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Going beyond the How and Why of Science-Religion? Senior Christian Leaders on Science and Personal Faith

REBECCA BOUVENG , DAVID WILKINSON
S & CB 28 (2)
October 2016

Abstract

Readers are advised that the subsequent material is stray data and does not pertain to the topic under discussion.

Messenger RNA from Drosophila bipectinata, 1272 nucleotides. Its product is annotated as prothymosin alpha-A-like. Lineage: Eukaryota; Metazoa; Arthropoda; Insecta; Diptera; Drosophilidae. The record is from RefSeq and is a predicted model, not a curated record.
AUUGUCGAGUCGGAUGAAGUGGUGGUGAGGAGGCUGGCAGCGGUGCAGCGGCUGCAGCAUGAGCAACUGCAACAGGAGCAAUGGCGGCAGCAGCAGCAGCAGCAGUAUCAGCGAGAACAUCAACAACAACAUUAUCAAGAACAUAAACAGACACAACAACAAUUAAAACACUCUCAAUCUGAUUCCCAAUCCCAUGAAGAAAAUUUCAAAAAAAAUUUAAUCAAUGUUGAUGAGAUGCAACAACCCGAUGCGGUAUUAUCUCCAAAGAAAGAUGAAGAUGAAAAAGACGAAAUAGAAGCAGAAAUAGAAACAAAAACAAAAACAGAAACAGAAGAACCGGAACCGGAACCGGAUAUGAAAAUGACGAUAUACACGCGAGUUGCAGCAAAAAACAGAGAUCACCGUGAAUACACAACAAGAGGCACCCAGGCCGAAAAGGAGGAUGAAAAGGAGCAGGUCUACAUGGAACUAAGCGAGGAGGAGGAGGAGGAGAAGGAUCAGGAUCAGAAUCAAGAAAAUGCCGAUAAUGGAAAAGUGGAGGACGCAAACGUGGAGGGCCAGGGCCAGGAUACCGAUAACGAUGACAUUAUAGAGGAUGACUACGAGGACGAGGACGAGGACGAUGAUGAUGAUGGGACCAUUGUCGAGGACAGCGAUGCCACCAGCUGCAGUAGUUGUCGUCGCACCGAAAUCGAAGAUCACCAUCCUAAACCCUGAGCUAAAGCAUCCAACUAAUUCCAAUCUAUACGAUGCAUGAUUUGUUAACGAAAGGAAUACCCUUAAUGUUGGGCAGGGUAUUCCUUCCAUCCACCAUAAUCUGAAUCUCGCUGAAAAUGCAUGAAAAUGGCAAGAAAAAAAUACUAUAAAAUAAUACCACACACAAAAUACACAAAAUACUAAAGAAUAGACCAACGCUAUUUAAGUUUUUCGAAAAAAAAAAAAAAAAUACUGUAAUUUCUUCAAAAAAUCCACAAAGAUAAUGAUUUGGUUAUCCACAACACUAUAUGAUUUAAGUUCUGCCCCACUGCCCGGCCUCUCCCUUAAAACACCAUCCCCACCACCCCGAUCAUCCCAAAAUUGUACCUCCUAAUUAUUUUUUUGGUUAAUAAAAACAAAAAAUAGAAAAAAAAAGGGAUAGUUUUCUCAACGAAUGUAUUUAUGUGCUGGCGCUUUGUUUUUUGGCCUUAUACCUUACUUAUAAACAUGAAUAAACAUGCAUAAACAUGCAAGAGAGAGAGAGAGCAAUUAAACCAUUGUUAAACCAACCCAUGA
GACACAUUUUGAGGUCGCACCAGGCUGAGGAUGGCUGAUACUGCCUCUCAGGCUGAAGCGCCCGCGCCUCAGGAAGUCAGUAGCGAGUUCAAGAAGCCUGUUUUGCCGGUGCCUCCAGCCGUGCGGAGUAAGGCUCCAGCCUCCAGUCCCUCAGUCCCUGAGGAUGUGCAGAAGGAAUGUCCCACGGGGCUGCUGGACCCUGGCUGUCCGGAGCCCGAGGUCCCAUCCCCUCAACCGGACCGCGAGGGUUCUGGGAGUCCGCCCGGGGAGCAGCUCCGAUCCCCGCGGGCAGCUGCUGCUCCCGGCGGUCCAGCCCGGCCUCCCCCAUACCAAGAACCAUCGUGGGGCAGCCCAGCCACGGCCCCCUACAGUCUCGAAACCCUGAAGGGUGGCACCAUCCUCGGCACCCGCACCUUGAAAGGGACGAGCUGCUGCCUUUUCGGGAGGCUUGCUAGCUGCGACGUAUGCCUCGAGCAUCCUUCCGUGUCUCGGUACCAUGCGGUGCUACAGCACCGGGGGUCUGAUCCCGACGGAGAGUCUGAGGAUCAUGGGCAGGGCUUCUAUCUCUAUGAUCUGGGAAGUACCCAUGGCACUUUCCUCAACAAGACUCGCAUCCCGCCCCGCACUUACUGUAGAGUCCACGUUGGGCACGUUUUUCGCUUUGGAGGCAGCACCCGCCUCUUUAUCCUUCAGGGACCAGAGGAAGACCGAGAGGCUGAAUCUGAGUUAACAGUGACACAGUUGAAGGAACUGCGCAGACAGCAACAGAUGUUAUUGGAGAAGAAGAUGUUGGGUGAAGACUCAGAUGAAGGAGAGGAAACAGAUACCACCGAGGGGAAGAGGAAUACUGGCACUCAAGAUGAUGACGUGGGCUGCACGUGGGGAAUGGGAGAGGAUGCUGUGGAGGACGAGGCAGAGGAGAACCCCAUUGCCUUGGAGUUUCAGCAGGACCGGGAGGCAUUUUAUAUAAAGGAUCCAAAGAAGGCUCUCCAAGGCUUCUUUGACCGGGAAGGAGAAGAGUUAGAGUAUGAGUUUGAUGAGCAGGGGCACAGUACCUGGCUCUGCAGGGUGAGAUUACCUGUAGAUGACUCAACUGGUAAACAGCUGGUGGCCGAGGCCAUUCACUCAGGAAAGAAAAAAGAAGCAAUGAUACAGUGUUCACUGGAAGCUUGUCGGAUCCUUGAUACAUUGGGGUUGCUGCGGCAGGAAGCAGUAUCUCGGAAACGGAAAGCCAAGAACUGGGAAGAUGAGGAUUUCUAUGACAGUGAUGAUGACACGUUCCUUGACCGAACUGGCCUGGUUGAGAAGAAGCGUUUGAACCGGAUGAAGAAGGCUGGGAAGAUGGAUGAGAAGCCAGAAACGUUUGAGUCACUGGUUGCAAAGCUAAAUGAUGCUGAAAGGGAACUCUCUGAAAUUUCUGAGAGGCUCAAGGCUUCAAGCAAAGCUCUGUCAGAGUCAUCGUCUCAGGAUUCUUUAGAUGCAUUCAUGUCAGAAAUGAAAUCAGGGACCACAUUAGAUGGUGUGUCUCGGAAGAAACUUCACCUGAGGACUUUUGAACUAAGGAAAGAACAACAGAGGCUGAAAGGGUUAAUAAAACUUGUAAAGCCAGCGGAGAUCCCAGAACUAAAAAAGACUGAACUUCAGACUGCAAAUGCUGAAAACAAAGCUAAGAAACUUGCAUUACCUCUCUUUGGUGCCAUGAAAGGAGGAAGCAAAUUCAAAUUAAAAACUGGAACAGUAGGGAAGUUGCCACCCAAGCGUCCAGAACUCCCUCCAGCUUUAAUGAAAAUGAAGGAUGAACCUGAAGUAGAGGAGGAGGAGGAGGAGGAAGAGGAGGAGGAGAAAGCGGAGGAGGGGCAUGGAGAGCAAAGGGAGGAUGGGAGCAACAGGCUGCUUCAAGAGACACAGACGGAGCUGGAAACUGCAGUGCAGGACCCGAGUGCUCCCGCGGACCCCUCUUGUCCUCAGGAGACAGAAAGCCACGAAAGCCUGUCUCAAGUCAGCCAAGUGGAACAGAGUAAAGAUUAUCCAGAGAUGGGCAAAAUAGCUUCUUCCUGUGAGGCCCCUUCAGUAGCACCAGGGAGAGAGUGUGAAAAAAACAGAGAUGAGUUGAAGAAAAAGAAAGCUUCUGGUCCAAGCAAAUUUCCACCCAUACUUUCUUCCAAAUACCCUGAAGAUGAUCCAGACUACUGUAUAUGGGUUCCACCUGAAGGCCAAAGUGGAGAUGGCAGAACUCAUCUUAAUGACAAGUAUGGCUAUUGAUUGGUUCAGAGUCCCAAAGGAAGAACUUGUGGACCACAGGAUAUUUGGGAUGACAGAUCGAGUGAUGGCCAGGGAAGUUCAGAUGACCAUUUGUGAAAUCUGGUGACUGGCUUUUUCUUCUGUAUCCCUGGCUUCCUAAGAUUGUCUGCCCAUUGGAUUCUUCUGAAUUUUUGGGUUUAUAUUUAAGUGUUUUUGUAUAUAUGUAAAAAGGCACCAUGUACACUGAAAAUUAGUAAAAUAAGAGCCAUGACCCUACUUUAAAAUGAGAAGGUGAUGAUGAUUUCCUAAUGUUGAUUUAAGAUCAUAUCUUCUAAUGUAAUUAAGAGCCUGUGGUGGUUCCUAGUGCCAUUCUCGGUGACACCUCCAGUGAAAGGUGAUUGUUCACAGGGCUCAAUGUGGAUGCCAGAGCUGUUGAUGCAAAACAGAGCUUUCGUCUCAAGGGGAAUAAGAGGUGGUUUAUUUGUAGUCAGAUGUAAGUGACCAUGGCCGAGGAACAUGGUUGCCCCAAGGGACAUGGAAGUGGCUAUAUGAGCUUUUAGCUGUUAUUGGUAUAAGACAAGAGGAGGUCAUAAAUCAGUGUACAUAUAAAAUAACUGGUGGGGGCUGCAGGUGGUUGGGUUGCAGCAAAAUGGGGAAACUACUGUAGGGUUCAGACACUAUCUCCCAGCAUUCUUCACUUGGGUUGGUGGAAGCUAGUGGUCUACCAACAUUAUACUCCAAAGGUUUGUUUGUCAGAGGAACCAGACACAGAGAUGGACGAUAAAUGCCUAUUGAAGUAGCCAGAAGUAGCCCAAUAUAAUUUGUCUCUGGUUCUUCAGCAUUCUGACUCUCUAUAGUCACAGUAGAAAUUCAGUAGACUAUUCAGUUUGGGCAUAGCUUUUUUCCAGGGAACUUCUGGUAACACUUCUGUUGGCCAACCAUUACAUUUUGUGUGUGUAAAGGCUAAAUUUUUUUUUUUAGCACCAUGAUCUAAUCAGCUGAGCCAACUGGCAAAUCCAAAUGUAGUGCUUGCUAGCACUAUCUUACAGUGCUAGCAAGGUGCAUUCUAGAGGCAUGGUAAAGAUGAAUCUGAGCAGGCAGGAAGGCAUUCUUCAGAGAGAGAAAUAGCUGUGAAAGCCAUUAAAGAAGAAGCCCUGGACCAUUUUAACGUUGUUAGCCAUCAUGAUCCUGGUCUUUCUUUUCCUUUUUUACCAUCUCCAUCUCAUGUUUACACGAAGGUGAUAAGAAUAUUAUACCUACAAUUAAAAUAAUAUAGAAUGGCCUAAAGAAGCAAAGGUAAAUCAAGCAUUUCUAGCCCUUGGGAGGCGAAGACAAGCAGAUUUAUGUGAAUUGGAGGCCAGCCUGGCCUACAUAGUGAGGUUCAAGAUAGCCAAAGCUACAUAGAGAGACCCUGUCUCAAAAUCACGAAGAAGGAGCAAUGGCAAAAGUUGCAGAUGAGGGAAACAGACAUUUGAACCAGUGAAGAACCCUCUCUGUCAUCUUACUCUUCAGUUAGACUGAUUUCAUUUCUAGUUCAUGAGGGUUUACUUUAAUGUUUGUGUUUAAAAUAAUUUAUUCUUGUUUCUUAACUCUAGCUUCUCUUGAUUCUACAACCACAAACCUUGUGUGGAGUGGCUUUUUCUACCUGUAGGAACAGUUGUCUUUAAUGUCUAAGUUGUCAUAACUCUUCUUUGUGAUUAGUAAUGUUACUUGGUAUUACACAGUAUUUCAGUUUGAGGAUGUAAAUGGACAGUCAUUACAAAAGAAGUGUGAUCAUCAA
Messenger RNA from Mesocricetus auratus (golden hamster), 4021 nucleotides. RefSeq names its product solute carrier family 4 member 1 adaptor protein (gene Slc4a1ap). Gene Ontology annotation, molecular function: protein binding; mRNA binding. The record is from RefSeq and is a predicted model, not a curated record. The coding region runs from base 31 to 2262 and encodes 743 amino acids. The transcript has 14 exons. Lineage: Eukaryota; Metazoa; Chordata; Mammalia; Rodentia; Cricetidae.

In popular discourse today, ‘science’ versus ‘religion’ is a common binary opposition and science and faith are often defined by their assumed opposition to one another. Religious believers are often assumed to be anti-science on the basis of their faith. But how do people of faith actually relate to science? This pilot study addressed this question by focusing on a particular segment of faith communities: senior Christian leaders in England, who have significant influence on values in their organisations as well as in the wider British society. As part of our preliminary data collection we interviewed fourteen leaders, Anglican bishops and directors of other Christian denominations and organisations, exploring how they actually relate to science and conceptualise various science-religion questions. This article considers the implications of science for personal Christian faith. We explore how the interviewees understand the relation between faith and science, how they deal with the difficult questions of evolution and creation and the interpretation of Scripture. We show how the main tension in the conversations about science and faith with Christian leaders is between scientific claims on the one hand, and Christian faith and especially Scripture on the other. A key theme which emerged is an opposition, shared by a majority of the interviewees, against fundamentalism and biblical literalism. We also look at the role of the ‘how/why’ distinction in their approach to science-theology questions (‘science and religion are separate but equal: science answers ‘how’ questions’, religion answers ‘why’ questions.’) We suggest that while many of the senior leaders find this model too simplistic, some may use it as a strategy to avoid the difficult theological and scientific questions in the intersection between science and theology. We conclude that further exploration of these tensions, and research into effective ways to equip Christian leaders to engage with science, is necessary if we want to encourage a deeper, richer science-faith dialogue.

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